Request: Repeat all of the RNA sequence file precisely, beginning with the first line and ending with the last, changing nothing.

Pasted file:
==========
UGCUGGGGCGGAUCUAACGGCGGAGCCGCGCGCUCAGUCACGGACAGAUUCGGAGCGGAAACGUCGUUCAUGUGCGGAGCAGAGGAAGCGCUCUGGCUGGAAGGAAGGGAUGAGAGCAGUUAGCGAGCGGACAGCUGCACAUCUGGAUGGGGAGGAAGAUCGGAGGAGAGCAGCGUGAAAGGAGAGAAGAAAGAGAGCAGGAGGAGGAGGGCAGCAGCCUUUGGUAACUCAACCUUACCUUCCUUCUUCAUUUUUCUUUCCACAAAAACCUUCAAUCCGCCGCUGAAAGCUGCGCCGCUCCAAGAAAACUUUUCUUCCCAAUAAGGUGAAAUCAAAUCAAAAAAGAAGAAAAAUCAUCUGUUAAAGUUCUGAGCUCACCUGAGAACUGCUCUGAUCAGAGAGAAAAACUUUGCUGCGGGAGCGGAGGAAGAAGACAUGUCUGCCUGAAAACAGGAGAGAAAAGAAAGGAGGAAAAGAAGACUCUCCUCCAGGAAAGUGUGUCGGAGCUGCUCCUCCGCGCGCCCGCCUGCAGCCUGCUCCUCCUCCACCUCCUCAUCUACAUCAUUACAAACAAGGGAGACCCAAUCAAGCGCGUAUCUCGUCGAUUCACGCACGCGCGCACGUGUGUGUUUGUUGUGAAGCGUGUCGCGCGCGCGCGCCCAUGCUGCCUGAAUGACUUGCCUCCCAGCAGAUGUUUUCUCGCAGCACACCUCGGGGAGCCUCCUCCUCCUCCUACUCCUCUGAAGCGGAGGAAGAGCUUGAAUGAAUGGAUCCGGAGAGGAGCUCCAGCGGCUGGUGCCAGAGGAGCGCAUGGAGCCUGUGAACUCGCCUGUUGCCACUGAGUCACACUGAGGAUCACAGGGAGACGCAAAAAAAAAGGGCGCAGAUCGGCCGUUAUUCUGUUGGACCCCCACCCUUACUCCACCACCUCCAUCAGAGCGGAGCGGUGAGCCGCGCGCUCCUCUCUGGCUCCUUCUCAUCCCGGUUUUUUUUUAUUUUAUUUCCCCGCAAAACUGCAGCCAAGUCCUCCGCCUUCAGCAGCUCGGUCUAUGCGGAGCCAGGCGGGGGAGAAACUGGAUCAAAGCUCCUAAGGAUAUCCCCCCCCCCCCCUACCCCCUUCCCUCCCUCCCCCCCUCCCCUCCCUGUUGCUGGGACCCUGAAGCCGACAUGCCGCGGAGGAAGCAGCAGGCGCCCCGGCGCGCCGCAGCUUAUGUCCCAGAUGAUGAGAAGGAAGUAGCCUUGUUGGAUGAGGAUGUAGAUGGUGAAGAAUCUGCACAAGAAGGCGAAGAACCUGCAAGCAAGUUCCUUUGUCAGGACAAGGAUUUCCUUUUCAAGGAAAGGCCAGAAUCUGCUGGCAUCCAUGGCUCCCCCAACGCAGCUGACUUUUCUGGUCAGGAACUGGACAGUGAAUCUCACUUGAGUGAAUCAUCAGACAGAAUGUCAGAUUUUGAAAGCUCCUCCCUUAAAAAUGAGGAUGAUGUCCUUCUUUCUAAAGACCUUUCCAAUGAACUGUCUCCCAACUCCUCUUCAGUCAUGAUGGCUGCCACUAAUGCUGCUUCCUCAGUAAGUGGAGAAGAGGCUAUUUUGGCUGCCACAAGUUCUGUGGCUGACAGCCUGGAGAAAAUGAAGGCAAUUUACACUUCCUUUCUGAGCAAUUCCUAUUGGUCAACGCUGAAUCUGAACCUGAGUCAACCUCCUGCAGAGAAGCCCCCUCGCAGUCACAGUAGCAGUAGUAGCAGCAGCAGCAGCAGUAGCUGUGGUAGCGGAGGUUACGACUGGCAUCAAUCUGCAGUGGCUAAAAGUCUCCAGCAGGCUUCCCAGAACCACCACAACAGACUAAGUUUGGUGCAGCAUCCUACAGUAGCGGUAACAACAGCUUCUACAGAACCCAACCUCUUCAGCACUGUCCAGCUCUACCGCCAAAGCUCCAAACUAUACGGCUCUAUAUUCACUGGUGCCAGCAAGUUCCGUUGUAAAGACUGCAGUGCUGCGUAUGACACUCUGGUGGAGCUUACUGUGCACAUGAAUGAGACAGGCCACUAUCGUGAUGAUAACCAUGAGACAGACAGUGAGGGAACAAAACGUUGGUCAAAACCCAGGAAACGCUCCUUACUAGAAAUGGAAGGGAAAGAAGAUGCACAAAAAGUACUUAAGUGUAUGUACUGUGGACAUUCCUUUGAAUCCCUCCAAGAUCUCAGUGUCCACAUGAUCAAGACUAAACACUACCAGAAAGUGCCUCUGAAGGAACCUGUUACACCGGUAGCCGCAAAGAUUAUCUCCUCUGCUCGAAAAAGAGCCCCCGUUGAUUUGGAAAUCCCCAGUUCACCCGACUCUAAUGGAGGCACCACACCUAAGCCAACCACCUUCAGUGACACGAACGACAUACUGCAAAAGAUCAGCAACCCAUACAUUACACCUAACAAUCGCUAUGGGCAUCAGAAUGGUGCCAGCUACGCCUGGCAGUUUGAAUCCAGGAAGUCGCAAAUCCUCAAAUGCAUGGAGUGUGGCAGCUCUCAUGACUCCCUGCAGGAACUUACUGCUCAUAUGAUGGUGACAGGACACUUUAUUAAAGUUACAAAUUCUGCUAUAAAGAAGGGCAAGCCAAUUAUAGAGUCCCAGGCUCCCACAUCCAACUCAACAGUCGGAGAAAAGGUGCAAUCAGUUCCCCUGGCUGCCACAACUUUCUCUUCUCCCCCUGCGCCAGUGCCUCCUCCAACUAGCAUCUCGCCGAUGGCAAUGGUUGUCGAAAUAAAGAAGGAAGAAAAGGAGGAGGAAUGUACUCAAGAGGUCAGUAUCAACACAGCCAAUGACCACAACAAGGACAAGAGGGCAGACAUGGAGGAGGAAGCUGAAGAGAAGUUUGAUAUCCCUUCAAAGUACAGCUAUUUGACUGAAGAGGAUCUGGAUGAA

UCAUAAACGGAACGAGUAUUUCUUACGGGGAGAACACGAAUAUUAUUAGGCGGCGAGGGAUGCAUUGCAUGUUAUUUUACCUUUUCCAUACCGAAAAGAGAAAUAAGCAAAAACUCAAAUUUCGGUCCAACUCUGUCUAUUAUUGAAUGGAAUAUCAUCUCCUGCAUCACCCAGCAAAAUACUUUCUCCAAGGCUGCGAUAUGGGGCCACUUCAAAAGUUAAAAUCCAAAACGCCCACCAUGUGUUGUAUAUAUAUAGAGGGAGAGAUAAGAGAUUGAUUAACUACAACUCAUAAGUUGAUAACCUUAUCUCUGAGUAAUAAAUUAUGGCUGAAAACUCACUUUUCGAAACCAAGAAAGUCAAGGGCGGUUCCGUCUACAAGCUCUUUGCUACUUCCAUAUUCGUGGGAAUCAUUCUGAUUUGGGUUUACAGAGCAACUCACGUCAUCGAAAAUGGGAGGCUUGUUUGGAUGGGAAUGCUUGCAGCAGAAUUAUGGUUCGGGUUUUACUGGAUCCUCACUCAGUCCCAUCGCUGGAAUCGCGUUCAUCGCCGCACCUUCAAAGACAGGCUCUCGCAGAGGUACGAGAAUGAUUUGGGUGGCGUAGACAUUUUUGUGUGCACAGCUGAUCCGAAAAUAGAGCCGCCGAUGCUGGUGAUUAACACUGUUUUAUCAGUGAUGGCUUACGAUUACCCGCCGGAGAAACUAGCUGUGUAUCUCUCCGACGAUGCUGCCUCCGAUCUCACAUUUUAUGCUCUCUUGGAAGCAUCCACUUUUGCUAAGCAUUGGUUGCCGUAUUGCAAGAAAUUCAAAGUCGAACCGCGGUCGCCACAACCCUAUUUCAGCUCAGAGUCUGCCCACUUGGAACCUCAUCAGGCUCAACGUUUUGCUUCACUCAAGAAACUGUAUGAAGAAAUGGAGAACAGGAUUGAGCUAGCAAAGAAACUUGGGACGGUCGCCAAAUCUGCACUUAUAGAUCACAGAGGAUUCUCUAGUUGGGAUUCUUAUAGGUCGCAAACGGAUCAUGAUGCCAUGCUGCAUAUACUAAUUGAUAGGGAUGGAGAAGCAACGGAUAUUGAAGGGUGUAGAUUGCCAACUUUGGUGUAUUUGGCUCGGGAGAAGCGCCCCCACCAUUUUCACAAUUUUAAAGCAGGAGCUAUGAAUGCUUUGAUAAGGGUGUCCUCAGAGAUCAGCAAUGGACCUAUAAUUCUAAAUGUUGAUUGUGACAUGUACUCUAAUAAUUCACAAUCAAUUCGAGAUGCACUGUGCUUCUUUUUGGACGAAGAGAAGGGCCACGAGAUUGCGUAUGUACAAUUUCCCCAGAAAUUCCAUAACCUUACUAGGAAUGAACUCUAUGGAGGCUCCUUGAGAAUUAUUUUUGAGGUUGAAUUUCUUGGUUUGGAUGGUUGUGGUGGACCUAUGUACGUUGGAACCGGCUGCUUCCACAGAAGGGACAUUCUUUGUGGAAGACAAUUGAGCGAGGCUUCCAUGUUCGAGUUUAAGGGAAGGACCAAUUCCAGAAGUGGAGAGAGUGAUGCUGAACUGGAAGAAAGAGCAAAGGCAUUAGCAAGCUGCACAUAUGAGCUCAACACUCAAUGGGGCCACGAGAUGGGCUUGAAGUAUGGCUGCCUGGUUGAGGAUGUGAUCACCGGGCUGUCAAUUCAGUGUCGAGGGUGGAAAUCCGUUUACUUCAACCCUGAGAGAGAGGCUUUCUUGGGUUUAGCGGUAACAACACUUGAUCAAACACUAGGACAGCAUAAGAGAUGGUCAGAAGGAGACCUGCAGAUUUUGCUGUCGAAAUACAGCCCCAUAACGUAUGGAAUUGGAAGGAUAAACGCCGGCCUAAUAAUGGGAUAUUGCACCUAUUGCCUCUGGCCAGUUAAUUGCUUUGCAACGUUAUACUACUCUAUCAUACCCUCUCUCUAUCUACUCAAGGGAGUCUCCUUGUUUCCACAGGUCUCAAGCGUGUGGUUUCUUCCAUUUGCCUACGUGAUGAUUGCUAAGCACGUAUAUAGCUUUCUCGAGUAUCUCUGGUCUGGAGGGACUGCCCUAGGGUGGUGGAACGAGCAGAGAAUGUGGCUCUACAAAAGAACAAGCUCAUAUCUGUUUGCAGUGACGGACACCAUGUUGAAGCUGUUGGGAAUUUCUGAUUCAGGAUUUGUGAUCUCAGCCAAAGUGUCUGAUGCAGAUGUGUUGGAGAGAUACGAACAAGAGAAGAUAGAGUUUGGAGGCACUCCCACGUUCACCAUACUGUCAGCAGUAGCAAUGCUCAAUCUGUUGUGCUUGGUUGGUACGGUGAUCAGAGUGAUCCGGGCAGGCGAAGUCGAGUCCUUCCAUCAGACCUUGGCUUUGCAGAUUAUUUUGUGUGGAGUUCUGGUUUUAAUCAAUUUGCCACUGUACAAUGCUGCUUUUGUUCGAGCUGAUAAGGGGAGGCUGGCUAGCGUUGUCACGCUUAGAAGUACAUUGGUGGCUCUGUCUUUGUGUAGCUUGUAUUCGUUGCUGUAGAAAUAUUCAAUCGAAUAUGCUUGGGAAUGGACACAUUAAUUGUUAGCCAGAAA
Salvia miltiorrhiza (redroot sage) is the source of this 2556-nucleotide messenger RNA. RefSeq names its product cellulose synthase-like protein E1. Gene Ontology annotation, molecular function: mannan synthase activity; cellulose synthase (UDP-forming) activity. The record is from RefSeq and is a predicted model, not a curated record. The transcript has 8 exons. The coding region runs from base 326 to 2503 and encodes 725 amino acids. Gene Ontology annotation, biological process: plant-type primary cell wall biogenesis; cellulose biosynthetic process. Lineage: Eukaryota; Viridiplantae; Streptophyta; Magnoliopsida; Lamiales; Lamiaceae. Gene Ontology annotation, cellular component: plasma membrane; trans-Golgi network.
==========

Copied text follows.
UGCUGGGGCGGAUCUAACGGCGGAGCCGCGCGCUCAGUCACGGACAGAUUCGGAGCGGAAACGUCGUUCAUGUGCGGAGCAGAGGAAGCGCUCUGGCUGGAAGGAAGGGAUGAGAGCAGUUAGCGAGCGGACAGCUGCACAUCUGGAUGGGGAGGAAGAUCGGAGGAGAGCAGCGUGAAAGGAGAGAAGAAAGAGAGCAGGAGGAGGAGGGCAGCAGCCUUUGGUAACUCAACCUUACCUUCCUUCUUCAUUUUUCUUUCCACAAAAACCUUCAAUCCGCCGCUGAAAGCUGCGCCGCUCCAAGAAAACUUUUCUUCCCAAUAAGGUGAAAUCAAAUCAAAAAAGAAGAAAAAUCAUCUGUUAAAGUUCUGAGCUCACCUGAGAACUGCUCUGAUCAGAGAGAAAAACUUUGCUGCGGGAGCGGAGGAAGAAGACAUGUCUGCCUGAAAACAGGAGAGAAAAGAAAGGAGGAAAAGAAGACUCUCCUCCAGGAAAGUGUGUCGGAGCUGCUCCUCCGCGCGCCCGCCUGCAGCCUGCUCCUCCUCCACCUCCUCAUCUACAUCAUUACAAACAAGGGAGACCCAAUCAAGCGCGUAUCUCGUCGAUUCACGCACGCGCGCACGUGUGUGUUUGUUGUGAAGCGUGUCGCGCGCGCGCGCCCAUGCUGCCUGAAUGACUUGCCUCCCAGCAGAUGUUUUCUCGCAGCACACCUCGGGGAGCCUCCUCCUCCUCCUACUCCUCUGAAGCGGAGGAAGAGCUUGAAUGAAUGGAUCCGGAGAGGAGCUCCAGCGGCUGGUGCCAGAGGAGCGCAUGGAGCCUGUGAACUCGCCUGUUGCCACUGAGUCACACUGAGGAUCACAGGGAGACGCAAAAAAAAAGGGCGCAGAUCGGCCGUUAUUCUGUUGGACCCCCACCCUUACUCCACCACCUCCAUCAGAGCGGAGCGGUGAGCCGCGCGCUCCUCUCUGGCUCCUUCUCAUCCCGGUUUUUUUUUAUUUUAUUUCCCCGCAAAACUGCAGCCAAGUCCUCCGCCUUCAGCAGCUCGGUCUAUGCGGAGCCAGGCGGGGGAGAAACUGGAUCAAAGCUCCUAAGGAUAUCCCCCCCCCCCCCUACCCCCUUCCCUCCCUCCCCCCCUCCCCUCCCUGUUGCUGGGACCCUGAAGCCGACAUGCCGCGGAGGAAGCAGCAGGCGCCCCGGCGCGCCGCAGCUUAUGUCCCAGAUGAUGAGAAGGAAGUAGCCUUGUUGGAUGAGGAUGUAGAUGGUGAAGAAUCUGCACAAGAAGGCGAAGAACCUGCAAGCAAGUUCCUUUGUCAGGACAAGGAUUUCCUUUUCAAGGAAAGGCCAGAAUCUGCUGGCAUCCAUGGCUCCCCCAACGCAGCUGACUUUUCUGGUCAGGAACUGGACAGUGAAUCUCACUUGAGUGAAUCAUCAGACAGAAUGUCAGAUUUUGAAAGCUCCUCCCUUAAAAAUGAGGAUGAUGUCCUUCUUUCUAAAGACCUUUCCAAUGAACUGUCUCCCAACUCCUCUUCAGUCAUGAUGGCUGCCACUAAUGCUGCUUCCUCAGUAAGUGGAGAAGAGGCUAUUUUGGCUGCCACAAGUUCUGUGGCUGACAGCCUGGAGAAAAUGAAGGCAAUUUACACUUCCUUUCUGAGCAAUUCCUAUUGGUCAACGCUGAAUCUGAACCUGAGUCAACCUCCUGCAGAGAAGCCCCCUCGCAGUCACAGUAGCAGUAGUAGCAGCAGCAGCAGCAGUAGCUGUGGUAGCGGAGGUUACGACUGGCAUCAAUCUGCAGUGGCUAAAAGUCUCCAGCAGGCUUCCCAGAACCACCACAACAGACUAAGUUUGGUGCAGCAUCCUACAGUAGCGGUAACAACAGCUUCUACAGAACCCAACCUCUUCAGCACUGUCCAGCUCUACCGCCAAAGCUCCAAACUAUACGGCUCUAUAUUCACUGGUGCCAGCAAGUUCCGUUGUAAAGACUGCAGUGCUGCGUAUGACACUCUGGUGGAGCUUACUGUGCACAUGAAUGAGACAGGCCACUAUCGUGAUGAUAACCAUGAGACAGACAGUGAGGGAACAAAACGUUGGUCAAAACCCAGGAAACGCUCCUUACUAGAAAUGGAAGGGAAAGAAGAUGCACAAAAAGUACUUAAGUGUAUGUACUGUGGACAUUCCUUUGAAUCCCUCCAAGAUCUCAGUGUCCACAUGAUCAAGACUAAACACUACCAGAAAGUGCCUCUGAAGGAACCUGUUACACCGGUAGCCGCAAAGAUUAUCUCCUCUGCUCGAAAAAGAGCCCCCGUUGAUUUGGAAAUCCCCAGUUCACCCGACUCUAAUGGAGGCACCACACCUAAGCCAACCACCUUCAGUGACACGAACGACAUACUGCAAAAGAUCAGCAACCCAUACAUUACACCUAACAAUCGCUAUGGGCAUCAGAAUGGUGCCAGCUACGCCUGGCAGUUUGAAUCCAGGAAGUCGCAAAUCCUCAAAUGCAUGGAGUGUGGCAGCUCUCAUGACUCCCUGCAGGAACUUACUGCUCAUAUGAUGGUGACAGGACACUUUAUUAAAGUUACAAAUUCUGCUAUAAAGAAGGGCAAGCCAAUUAUAGAGUCCCAGGCUCCCACAUCCAACUCAACAGUCGGAGAAAAGGUGCAAUCAGUUCCCCUGGCUGCCACAACUUUCUCUUCUCCCCCUGCGCCAGUGCCUCCUCCAACUAGCAUCUCGCCGAUGGCAAUGGUUGUCGAAAUAAAGAAGGAAGAAAAGGAGGAGGAAUGUACUCAAGAGGUCAGUAUCAACACAGCCAAUGACCACAACAAGGACAAGAGGGCAGACAUGGAGGAGGAAGCUGAAGAGAAGUUUGAUAUCCCUUCAAAGUACAGCUAUUUGACUGAAGAGGAUCUGGAUGAA

UCAUAAACGGAACGAGUAUUUCUUACGGGGAGAACACGAAUAUUAUUAGGCGGCGAGGGAUGCAUUGCAUGUUAUUUUACCUUUUCCAUACCGAAAAGAGAAAUAAGCAAAAACUCAAAUUUCGGUCCAACUCUGUCUAUUAUUGAAUGGAAUAUCAUCUCCUGCAUCACCCAGCAAAAUACUUUCUCCAAGGCUGCGAUAUGGGGCCACUUCAAAAGUUAAAAUCCAAAACGCCCACCAUGUGUUGUAUAUAUAUAGAGGGAGAGAUAAGAGAUUGAUUAACUACAACUCAUAAGUUGAUAACCUUAUCUCUGAGUAAUAAAUUAUGGCUGAAAACUCACUUUUCGAAACCAAGAAAGUCAAGGGCGGUUCCGUCUACAAGCUCUUUGCUACUUCCAUAUUCGUGGGAAUCAUUCUGAUUUGGGUUUACAGAGCAACUCACGUCAUCGAAAAUGGGAGGCUUGUUUGGAUGGGAAUGCUUGCAGCAGAAUUAUGGUUCGGGUUUUACUGGAUCCUCACUCAGUCCCAUCGCUGGAAUCGCGUUCAUCGCCGCACCUUCAAAGACAGGCUCUCGCAGAGGUACGAGAAUGAUUUGGGUGGCGUAGACAUUUUUGUGUGCACAGCUGAUCCGAAAAUAGAGCCGCCGAUGCUGGUGAUUAACACUGUUUUAUCAGUGAUGGCUUACGAUUACCCGCCGGAGAAACUAGCUGUGUAUCUCUCCGACGAUGCUGCCUCCGAUCUCACAUUUUAUGCUCUCUUGGAAGCAUCCACUUUUGCUAAGCAUUGGUUGCCGUAUUGCAAGAAAUUCAAAGUCGAACCGCGGUCGCCACAACCCUAUUUCAGCUCAGAGUCUGCCCACUUGGAACCUCAUCAGGCUCAACGUUUUGCUUCACUCAAGAAACUGUAUGAAGAAAUGGAGAACAGGAUUGAGCUAGCAAAGAAACUUGGGACGGUCGCCAAAUCUGCACUUAUAGAUCACAGAGGAUUCUCUAGUUGGGAUUCUUAUAGGUCGCAAACGGAUCAUGAUGCCAUGCUGCAUAUACUAAUUGAUAGGGAUGGAGAAGCAACGGAUAUUGAAGGGUGUAGAUUGCCAACUUUGGUGUAUUUGGCUCGGGAGAAGCGCCCCCACCAUUUUCACAAUUUUAAAGCAGGAGCUAUGAAUGCUUUGAUAAGGGUGUCCUCAGAGAUCAGCAAUGGACCUAUAAUUCUAAAUGUUGAUUGUGACAUGUACUCUAAUAAUUCACAAUCAAUUCGAGAUGCACUGUGCUUCUUUUUGGACGAAGAGAAGGGCCACGAGAUUGCGUAUGUACAAUUUCCCCAGAAAUUCCAUAACCUUACUAGGAAUGAACUCUAUGGAGGCUCCUUGAGAAUUAUUUUUGAGGUUGAAUUUCUUGGUUUGGAUGGUUGUGGUGGACCUAUGUACGUUGGAACCGGCUGCUUCCACAGAAGGGACAUUCUUUGUGGAAGACAAUUGAGCGAGGCUUCCAUGUUCGAGUUUAAGGGAAGGACCAAUUCCAGAAGUGGAGAGAGUGAUGCUGAACUGGAAGAAAGAGCAAAGGCAUUAGCAAGCUGCACAUAUGAGCUCAACACUCAAUGGGGCCACGAGAUGGGCUUGAAGUAUGGCUGCCUGGUUGAGGAUGUGAUCACCGGGCUGUCAAUUCAGUGUCGAGGGUGGAAAUCCGUUUACUUCAACCCUGAGAGAGAGGCUUUCUUGGGUUUAGCGGUAACAACACUUGAUCAAACACUAGGACAGCAUAAGAGAUGGUCAGAAGGAGACCUGCAGAUUUUGCUGUCGAAAUACAGCCCCAUAACGUAUGGAAUUGGAAGGAUAAACGCCGGCCUAAUAAUGGGAUAUUGCACCUAUUGCCUCUGGCCAGUUAAUUGCUUUGCAACGUUAUACUACUCUAUCAUACCCUCUCUCUAUCUACUCAAGGGAGUCUCCUUGUUUCCACAGGUCUCAAGCGUGUGGUUUCUUCCAUUUGCCUACGUGAUGAUUGCUAAGCACGUAUAUAGCUUUCUCGAGUAUCUCUGGUCUGGAGGGACUGCCCUAGGGUGGUGGAACGAGCAGAGAAUGUGGCUCUACAAAAGAACAAGCUCAUAUCUGUUUGCAGUGACGGACACCAUGUUGAAGCUGUUGGGAAUUUCUGAUUCAGGAUUUGUGAUCUCAGCCAAAGUGUCUGAUGCAGAUGUGUUGGAGAGAUACGAACAAGAGAAGAUAGAGUUUGGAGGCACUCCCACGUUCACCAUACUGUCAGCAGUAGCAAUGCUCAAUCUGUUGUGCUUGGUUGGUACGGUGAUCAGAGUGAUCCGGGCAGGCGAAGUCGAGUCCUUCCAUCAGACCUUGGCUUUGCAGAUUAUUUUGUGUGGAGUUCUGGUUUUAAUCAAUUUGCCACUGUACAAUGCUGCUUUUGUUCGAGCUGAUAAGGGGAGGCUGGCUAGCGUUGUCACGCUUAGAAGUACAUUGGUGGCUCUGUCUUUGUGUAGCUUGUAUUCGUUGCUGUAGAAAUAUUCAAUCGAAUAUGCUUGGGAAUGGACACAUUAAUUGUUAGCCAGAAA
Salvia miltiorrhiza (redroot sage) is the source of this 2556-nucleotide messenger RNA. RefSeq names its product cellulose synthase-like protein E1. Gene Ontology annotation, molecular function: mannan synthase activity; cellulose synthase (UDP-forming) activity. The record is from RefSeq and is a predicted model, not a curated record. The transcript has 8 exons. The coding region runs from base 326 to 2503 and encodes 725 amino acids. Gene Ontology annotation, biological process: plant-type primary cell wall biogenesis; cellulose biosynthetic process. Lineage: Eukaryota; Viridiplantae; Streptophyta; Magnoliopsida; Lamiales; Lamiaceae. Gene Ontology annotation, cellular component: plasma membrane; trans-Golgi network.